USGS: TN among states most likely to have sinkhole damage - MSNewsNow.com - Jackson, MS

USGS: TN among states most likely to have sinkhole damage

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The resort, located six miles from Walt Disney World, plans to reopen next week despite the gaping 100-foot wide cavern that devoured a building. The resort, located six miles from Walt Disney World, plans to reopen next week despite the gaping 100-foot wide cavern that devoured a building.
MEMPHIS, TN -

(WMC-TV) - A sinkhole that swallowed part of a resort in Florida has people talking all over the country. The resort, located six miles from Walt Disney World, could reopen next week despite the gaping 100-foot wide cavern that devoured a building.

Experts are weighing in as additional questions are raised about what caused the sinkhole and what will happen next.  Another question that has come up: Where are sinkholes most likely to develop and do the most damage? Tennessee is one of the states mentioned in those discussions.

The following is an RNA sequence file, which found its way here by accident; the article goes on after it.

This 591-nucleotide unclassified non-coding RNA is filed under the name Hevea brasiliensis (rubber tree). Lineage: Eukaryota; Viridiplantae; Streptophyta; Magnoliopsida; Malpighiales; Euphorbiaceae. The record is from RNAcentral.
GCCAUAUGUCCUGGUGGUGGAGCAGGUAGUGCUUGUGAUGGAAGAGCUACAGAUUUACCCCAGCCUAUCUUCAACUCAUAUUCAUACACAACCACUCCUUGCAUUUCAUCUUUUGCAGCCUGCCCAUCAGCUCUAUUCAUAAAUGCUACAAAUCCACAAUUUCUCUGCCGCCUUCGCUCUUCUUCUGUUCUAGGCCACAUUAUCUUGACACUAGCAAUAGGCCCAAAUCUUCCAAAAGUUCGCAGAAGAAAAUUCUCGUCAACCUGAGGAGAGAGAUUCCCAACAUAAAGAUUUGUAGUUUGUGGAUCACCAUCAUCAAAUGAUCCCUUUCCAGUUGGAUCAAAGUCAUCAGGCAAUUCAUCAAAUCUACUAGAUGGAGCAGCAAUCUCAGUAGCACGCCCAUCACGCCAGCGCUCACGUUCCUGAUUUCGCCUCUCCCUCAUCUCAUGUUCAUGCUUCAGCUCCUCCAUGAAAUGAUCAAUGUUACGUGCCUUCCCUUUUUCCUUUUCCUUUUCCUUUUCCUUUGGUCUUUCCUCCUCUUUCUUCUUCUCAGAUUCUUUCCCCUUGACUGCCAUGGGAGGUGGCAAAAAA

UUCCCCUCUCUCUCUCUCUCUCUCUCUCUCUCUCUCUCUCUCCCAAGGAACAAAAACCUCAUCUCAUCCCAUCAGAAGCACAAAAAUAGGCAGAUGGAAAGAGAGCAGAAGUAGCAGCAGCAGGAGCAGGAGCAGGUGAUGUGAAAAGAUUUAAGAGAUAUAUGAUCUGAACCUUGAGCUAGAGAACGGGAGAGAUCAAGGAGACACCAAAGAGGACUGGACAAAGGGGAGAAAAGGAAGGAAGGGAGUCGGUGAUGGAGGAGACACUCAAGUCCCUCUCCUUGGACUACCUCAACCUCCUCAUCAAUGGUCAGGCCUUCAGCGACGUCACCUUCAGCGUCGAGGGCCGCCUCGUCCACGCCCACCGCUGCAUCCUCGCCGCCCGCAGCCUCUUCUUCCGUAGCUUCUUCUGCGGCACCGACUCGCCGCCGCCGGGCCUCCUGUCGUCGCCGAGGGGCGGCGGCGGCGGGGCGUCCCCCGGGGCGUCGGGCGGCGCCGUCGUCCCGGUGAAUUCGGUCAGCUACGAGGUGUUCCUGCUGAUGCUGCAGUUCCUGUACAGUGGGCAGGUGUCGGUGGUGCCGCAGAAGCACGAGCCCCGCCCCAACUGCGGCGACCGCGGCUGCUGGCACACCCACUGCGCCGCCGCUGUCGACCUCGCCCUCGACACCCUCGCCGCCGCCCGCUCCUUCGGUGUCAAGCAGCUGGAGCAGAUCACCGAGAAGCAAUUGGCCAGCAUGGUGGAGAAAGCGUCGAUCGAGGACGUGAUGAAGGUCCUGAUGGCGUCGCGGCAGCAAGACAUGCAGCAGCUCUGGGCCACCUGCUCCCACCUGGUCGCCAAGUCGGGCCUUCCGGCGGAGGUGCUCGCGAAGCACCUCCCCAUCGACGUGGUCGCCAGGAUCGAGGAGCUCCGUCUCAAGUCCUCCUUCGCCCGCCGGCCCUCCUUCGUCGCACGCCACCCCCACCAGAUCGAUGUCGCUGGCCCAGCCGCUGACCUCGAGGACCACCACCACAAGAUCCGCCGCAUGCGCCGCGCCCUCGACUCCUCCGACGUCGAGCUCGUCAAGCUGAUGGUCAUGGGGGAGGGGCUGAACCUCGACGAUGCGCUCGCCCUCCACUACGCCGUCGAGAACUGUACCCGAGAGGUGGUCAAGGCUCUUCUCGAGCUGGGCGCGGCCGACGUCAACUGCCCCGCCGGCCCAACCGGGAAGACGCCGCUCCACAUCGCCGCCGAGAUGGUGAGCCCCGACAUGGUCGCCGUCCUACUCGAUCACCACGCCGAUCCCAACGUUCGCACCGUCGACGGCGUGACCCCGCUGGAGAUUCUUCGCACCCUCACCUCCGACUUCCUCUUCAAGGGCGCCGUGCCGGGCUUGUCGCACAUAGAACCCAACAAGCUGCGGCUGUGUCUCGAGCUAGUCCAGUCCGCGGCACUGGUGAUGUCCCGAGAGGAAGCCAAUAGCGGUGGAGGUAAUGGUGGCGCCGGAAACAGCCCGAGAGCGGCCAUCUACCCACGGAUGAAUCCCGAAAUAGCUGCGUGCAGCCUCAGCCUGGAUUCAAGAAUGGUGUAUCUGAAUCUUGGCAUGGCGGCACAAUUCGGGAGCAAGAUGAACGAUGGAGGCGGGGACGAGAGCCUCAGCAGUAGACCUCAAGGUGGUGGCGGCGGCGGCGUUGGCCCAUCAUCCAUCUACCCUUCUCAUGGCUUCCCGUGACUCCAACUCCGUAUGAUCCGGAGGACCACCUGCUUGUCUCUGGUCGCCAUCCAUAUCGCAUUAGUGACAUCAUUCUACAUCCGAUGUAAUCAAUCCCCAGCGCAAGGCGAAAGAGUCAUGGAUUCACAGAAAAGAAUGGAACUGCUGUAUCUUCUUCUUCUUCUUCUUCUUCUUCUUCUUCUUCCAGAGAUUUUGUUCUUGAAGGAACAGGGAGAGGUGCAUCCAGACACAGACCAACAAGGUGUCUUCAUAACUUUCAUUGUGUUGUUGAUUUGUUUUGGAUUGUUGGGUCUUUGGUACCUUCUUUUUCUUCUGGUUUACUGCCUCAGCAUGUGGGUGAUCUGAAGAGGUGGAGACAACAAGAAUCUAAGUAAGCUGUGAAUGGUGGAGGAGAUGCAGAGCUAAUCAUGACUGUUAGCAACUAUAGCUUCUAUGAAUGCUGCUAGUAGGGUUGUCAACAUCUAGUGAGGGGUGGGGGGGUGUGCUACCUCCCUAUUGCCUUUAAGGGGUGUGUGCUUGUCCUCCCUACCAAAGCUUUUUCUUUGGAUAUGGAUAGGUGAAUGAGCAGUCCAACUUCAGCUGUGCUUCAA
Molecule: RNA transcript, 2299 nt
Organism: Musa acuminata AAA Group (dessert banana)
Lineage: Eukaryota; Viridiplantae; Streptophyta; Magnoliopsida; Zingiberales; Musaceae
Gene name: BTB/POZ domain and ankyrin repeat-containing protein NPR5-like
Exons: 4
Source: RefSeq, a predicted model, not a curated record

According to the U.S. Geological Survey, the most damage from sinkholes tends to occur in Tennessee, as well as Florida, Texas, Alabama, Kentucky, Missouri, and Pennsylvania.

But why?

Those states are home to certain rock types that, if water is brought into the mix, can dissolve, causing underground cavities to form leading to sinkholes.

According to a USGS map, the soil in middle and eastern Tennessee contains considerable amounts of carbonates (limestone and dolomite), which are susceptible to dissolution. In a perfect storm, a sinkhole, like the one that swallowed the resort in Florida, can form.

Groundwater pumping, construction, and development are all things that can change a land surface, causing a sinkhole to form in urban areas.

To read more about the research done by USGS about the potential for sinkholes in and around Tennessee, click here: http://ga.water.usgs.gov/edu/sinkholes.html

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